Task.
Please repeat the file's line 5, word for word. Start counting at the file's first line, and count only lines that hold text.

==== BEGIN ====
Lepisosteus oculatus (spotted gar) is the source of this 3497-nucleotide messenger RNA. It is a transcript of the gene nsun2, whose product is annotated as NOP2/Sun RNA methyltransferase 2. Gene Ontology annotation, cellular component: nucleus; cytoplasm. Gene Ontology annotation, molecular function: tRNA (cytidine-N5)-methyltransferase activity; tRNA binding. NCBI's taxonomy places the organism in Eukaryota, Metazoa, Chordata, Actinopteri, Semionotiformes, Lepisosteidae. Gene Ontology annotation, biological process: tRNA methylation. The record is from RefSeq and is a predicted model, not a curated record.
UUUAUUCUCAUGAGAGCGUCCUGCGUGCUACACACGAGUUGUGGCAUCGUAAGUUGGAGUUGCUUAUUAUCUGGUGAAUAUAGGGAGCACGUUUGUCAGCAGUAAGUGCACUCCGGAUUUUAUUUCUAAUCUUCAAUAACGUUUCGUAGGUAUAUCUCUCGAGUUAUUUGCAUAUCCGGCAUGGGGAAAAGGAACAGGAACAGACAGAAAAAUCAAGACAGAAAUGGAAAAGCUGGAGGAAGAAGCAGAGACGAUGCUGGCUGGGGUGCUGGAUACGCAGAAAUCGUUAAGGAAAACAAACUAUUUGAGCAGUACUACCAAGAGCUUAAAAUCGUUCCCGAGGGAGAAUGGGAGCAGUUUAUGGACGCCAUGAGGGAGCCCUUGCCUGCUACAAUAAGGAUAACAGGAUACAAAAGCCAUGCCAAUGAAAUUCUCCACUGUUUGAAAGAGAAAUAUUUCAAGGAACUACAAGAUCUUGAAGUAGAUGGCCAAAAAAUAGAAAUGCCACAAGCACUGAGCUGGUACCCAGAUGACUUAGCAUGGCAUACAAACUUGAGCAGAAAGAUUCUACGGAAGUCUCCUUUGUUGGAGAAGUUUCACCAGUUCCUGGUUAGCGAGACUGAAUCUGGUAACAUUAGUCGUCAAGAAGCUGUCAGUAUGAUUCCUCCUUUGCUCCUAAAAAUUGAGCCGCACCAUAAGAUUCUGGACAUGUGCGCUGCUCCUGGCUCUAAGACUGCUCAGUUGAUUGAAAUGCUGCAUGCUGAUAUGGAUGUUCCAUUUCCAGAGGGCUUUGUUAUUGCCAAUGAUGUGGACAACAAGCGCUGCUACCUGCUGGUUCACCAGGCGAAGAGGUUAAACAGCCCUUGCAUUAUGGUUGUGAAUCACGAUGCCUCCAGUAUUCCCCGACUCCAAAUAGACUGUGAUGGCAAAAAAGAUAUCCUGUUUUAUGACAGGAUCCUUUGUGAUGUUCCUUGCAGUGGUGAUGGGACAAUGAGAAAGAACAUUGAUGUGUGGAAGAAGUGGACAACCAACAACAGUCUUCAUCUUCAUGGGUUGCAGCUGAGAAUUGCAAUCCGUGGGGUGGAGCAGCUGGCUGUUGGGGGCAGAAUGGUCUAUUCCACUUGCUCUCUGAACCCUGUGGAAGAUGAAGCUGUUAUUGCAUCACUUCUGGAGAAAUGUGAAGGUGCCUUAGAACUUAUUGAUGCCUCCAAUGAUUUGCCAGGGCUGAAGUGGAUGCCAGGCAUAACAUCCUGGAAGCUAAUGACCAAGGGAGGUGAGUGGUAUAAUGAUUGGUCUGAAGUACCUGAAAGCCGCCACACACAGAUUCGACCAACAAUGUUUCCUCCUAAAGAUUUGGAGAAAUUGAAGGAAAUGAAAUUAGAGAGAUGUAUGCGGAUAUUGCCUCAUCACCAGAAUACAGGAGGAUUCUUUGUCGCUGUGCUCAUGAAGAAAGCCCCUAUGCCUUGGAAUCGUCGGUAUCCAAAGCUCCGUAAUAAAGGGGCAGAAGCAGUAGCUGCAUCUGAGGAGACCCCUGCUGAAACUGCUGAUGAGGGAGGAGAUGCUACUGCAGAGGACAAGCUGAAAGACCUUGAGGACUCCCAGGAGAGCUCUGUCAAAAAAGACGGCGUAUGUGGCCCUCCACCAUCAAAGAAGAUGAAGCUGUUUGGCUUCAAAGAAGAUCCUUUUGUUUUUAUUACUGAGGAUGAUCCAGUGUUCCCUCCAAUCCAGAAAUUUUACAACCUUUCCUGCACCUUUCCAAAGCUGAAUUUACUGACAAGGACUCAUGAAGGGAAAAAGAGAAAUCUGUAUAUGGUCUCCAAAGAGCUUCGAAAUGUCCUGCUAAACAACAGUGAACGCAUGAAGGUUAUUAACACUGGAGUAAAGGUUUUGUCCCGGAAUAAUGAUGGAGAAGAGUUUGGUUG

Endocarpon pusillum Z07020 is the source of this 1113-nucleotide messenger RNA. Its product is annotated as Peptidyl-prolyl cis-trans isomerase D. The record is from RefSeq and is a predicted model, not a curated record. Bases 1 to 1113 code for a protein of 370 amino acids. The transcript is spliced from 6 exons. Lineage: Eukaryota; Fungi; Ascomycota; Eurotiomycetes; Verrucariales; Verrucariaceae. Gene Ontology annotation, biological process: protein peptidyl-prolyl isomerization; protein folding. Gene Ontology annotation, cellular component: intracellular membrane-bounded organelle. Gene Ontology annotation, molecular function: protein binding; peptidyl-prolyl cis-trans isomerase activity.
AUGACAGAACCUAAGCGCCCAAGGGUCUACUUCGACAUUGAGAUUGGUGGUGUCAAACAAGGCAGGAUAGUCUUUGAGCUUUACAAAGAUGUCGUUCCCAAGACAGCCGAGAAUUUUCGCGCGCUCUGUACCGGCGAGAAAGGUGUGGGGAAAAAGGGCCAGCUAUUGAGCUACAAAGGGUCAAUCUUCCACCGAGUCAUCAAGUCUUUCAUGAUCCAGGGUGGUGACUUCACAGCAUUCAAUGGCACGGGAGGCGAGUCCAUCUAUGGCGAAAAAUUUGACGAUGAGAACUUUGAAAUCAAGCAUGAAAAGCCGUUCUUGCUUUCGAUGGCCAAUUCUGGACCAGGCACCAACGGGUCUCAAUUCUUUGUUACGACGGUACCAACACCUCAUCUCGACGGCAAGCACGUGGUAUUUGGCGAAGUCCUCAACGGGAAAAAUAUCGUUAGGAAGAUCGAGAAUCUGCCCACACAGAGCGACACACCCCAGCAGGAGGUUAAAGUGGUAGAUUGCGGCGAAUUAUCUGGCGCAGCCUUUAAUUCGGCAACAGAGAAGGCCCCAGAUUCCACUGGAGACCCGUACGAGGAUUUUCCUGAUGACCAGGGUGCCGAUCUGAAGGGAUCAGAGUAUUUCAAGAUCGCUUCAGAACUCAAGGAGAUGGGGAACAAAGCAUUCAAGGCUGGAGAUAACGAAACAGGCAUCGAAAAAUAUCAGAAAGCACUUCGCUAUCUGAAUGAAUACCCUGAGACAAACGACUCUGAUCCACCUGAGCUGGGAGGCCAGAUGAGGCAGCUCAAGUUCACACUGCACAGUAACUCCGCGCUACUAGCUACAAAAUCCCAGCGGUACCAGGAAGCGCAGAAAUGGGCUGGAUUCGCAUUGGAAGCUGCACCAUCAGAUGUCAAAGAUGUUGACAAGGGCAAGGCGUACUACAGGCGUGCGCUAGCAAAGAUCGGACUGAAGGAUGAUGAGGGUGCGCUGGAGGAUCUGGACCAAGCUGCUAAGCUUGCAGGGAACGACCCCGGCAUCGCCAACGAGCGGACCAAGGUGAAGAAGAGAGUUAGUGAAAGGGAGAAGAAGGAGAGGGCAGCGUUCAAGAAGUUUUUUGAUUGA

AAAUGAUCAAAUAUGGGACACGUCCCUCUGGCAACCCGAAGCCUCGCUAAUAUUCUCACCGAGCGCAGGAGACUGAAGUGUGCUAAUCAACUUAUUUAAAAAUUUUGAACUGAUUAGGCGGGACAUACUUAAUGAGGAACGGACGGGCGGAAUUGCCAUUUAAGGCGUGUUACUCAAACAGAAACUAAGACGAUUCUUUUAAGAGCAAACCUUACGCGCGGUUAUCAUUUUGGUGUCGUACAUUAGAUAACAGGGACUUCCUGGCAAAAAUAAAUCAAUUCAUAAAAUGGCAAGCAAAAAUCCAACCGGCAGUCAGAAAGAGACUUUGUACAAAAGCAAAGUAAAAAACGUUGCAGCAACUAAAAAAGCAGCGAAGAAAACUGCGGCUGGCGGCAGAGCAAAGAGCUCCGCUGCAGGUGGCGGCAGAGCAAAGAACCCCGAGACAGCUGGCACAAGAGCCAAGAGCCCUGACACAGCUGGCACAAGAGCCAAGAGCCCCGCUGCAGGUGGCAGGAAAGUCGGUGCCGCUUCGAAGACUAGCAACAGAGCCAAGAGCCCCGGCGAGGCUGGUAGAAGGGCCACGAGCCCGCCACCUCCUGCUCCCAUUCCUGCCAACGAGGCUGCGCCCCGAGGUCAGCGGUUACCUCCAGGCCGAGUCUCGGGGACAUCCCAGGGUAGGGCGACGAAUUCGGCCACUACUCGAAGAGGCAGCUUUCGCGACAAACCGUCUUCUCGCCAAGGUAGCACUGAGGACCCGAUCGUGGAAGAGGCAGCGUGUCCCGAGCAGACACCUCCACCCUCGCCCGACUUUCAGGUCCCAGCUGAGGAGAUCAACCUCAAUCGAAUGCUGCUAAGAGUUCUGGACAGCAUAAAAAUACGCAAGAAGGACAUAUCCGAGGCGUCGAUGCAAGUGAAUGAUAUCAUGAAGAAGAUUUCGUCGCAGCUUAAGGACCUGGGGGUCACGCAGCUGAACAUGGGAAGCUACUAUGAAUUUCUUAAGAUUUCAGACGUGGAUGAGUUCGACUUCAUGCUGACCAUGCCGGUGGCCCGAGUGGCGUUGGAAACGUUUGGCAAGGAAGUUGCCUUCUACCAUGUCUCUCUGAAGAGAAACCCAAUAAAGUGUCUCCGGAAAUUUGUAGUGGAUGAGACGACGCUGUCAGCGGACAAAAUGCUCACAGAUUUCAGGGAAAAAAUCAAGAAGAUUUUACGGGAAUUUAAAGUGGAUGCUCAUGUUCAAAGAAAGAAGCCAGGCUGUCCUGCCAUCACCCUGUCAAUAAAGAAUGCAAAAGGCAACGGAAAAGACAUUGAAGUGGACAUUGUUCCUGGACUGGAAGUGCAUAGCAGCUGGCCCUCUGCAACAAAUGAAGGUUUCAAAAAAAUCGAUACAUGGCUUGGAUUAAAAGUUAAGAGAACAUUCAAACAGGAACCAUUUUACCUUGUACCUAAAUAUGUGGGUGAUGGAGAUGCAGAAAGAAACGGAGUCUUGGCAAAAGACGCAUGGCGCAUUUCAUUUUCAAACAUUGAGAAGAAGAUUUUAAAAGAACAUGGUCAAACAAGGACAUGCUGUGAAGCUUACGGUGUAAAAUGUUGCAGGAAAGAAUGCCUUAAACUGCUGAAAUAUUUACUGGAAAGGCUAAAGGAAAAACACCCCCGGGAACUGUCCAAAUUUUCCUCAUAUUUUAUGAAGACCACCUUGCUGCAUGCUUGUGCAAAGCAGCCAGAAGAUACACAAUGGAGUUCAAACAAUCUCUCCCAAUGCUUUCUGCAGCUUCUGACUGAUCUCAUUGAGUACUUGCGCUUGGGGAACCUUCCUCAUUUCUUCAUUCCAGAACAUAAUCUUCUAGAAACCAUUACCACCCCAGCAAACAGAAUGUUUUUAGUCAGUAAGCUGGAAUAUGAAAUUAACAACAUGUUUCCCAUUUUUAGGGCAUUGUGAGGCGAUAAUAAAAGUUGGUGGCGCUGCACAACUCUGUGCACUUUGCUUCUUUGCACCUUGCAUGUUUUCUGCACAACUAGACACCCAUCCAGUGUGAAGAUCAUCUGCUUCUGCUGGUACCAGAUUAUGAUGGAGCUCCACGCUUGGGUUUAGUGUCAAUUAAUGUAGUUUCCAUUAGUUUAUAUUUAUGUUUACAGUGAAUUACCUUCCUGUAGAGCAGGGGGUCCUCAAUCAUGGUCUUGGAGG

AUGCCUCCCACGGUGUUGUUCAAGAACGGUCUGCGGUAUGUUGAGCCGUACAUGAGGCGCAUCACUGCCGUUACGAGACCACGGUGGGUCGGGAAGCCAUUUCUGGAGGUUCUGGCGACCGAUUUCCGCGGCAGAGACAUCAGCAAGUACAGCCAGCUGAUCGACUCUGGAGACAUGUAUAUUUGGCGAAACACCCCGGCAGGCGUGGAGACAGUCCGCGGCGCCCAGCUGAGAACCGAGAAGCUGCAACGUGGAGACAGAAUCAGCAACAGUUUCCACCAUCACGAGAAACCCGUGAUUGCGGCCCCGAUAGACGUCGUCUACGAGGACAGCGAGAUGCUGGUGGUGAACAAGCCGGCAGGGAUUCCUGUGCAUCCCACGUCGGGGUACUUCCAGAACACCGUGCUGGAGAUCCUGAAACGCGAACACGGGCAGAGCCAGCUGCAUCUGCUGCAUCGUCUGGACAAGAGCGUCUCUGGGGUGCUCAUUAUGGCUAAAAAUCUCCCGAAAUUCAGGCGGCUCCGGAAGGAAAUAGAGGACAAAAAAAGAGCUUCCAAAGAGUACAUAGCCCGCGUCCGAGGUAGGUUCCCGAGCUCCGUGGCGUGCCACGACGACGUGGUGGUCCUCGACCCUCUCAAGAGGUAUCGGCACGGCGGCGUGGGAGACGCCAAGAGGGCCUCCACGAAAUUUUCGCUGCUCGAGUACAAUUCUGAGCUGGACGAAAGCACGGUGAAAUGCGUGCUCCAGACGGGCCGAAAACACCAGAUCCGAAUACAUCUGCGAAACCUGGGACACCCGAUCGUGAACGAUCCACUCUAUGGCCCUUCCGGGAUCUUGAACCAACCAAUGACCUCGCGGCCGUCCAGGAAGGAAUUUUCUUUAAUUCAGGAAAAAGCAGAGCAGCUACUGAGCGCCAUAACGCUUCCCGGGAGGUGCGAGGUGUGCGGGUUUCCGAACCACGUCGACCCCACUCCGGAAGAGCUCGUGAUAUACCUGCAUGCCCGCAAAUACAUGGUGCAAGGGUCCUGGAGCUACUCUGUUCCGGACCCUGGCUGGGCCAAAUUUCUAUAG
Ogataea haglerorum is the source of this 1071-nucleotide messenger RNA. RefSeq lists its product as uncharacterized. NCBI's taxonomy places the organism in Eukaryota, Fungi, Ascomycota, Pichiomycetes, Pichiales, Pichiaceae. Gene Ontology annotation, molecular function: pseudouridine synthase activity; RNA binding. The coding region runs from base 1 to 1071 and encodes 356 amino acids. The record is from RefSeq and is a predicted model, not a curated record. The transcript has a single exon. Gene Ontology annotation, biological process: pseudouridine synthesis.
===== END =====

AAAUGAUCAAAUAUGGGACACGUCCCUCUGGCAACCCGAAGCCUCGCUAAUAUUCUCACCGAGCGCAGGAGACUGAAGUGUGCUAAUCAACUUAUUUAAAAAUUUUGAACUGAUUAGGCGGGACAUACUUAAUGAGGAACGGACGGGCGGAAUUGCCAUUUAAGGCGUGUUACUCAAACAGAAACUAAGACGAUUCUUUUAAGAGCAAACCUUACGCGCGGUUAUCAUUUUGGUGUCGUACAUUAGAUAACAGGGACUUCCUGGCAAAAAUAAAUCAAUUCAUAAAAUGGCAAGCAAAAAUCCAACCGGCAGUCAGAAAGAGACUUUGUACAAAAGCAAAGUAAAAAACGUUGCAGCAACUAAAAAAGCAGCGAAGAAAACUGCGGCUGGCGGCAGAGCAAAGAGCUCCGCUGCAGGUGGCGGCAGAGCAAAGAACCCCGAGACAGCUGGCACAAGAGCCAAGAGCCCUGACACAGCUGGCACAAGAGCCAAGAGCCCCGCUGCAGGUGGCAGGAAAGUCGGUGCCGCUUCGAAGACUAGCAACAGAGCCAAGAGCCCCGGCGAGGCUGGUAGAAGGGCCACGAGCCCGCCACCUCCUGCUCCCAUUCCUGCCAACGAGGCUGCGCCCCGAGGUCAGCGGUUACCUCCAGGCCGAGUCUCGGGGACAUCCCAGGGUAGGGCGACGAAUUCGGCCACUACUCGAAGAGGCAGCUUUCGCGACAAACCGUCUUCUCGCCAAGGUAGCACUGAGGACCCGAUCGUGGAAGAGGCAGCGUGUCCCGAGCAGACACCUCCACCCUCGCCCGACUUUCAGGUCCCAGCUGAGGAGAUCAACCUCAAUCGAAUGCUGCUAAGAGUUCUGGACAGCAUAAAAAUACGCAAGAAGGACAUAUCCGAGGCGUCGAUGCAAGUGAAUGAUAUCAUGAAGAAGAUUUCGUCGCAGCUUAAGGACCUGGGGGUCACGCAGCUGAACAUGGGAAGCUACUAUGAAUUUCUUAAGAUUUCAGACGUGGAUGAGUUCGACUUCAUGCUGACCAUGCCGGUGGCCCGAGUGGCGUUGGAAACGUUUGGCAAGGAAGUUGCCUUCUACCAUGUCUCUCUGAAGAGAAACCCAAUAAAGUGUCUCCGGAAAUUUGUAGUGGAUGAGACGACGCUGUCAGCGGACAAAAUGCUCACAGAUUUCAGGGAAAAAAUCAAGAAGAUUUUACGGGAAUUUAAAGUGGAUGCUCAUGUUCAAAGAAAGAAGCCAGGCUGUCCUGCCAUCACCCUGUCAAUAAAGAAUGCAAAAGGCAACGGAAAAGACAUUGAAGUGGACAUUGUUCCUGGACUGGAAGUGCAUAGCAGCUGGCCCUCUGCAACAAAUGAAGGUUUCAAAAAAAUCGAUACAUGGCUUGGAUUAAAAGUUAAGAGAACAUUCAAACAGGAACCAUUUUACCUUGUACCUAAAUAUGUGGGUGAUGGAGAUGCAGAAAGAAACGGAGUCUUGGCAAAAGACGCAUGGCGCAUUUCAUUUUCAAACAUUGAGAAGAAGAUUUUAAAAGAACAUGGUCAAACAAGGACAUGCUGUGAAGCUUACGGUGUAAAAUGUUGCAGGAAAGAAUGCCUUAAACUGCUGAAAUAUUUACUGGAAAGGCUAAAGGAAAAACACCCCCGGGAACUGUCCAAAUUUUCCUCAUAUUUUAUGAAGACCACCUUGCUGCAUGCUUGUGCAAAGCAGCCAGAAGAUACACAAUGGAGUUCAAACAAUCUCUCCCAAUGCUUUCUGCAGCUUCUGACUGAUCUCAUUGAGUACUUGCGCUUGGGGAACCUUCCUCAUUUCUUCAUUCCAGAACAUAAUCUUCUAGAAACCAUUACCACCCCAGCAAACAGAAUGUUUUUAGUCAGUAAGCUGGAAUAUGAAAUUAACAACAUGUUUCCCAUUUUUAGGGCAUUGUGAGGCGAUAAUAAAAGUUGGUGGCGCUGCACAACUCUGUGCACUUUGCUUCUUUGCACCUUGCAUGUUUUCUGCACAACUAGACACCCAUCCAGUGUGAAGAUCAUCUGCUUCUGCUGGUACCAGAUUAUGAUGGAGCUCCACGCUUGGGUUUAGUGUCAAUUAAUGUAGUUUCCAUUAGUUUAUAUUUAUGUUUACAGUGAAUUACCUUCCUGUAGAGCAGGGGGUCCUCAAUCAUGGUCUUGGAGG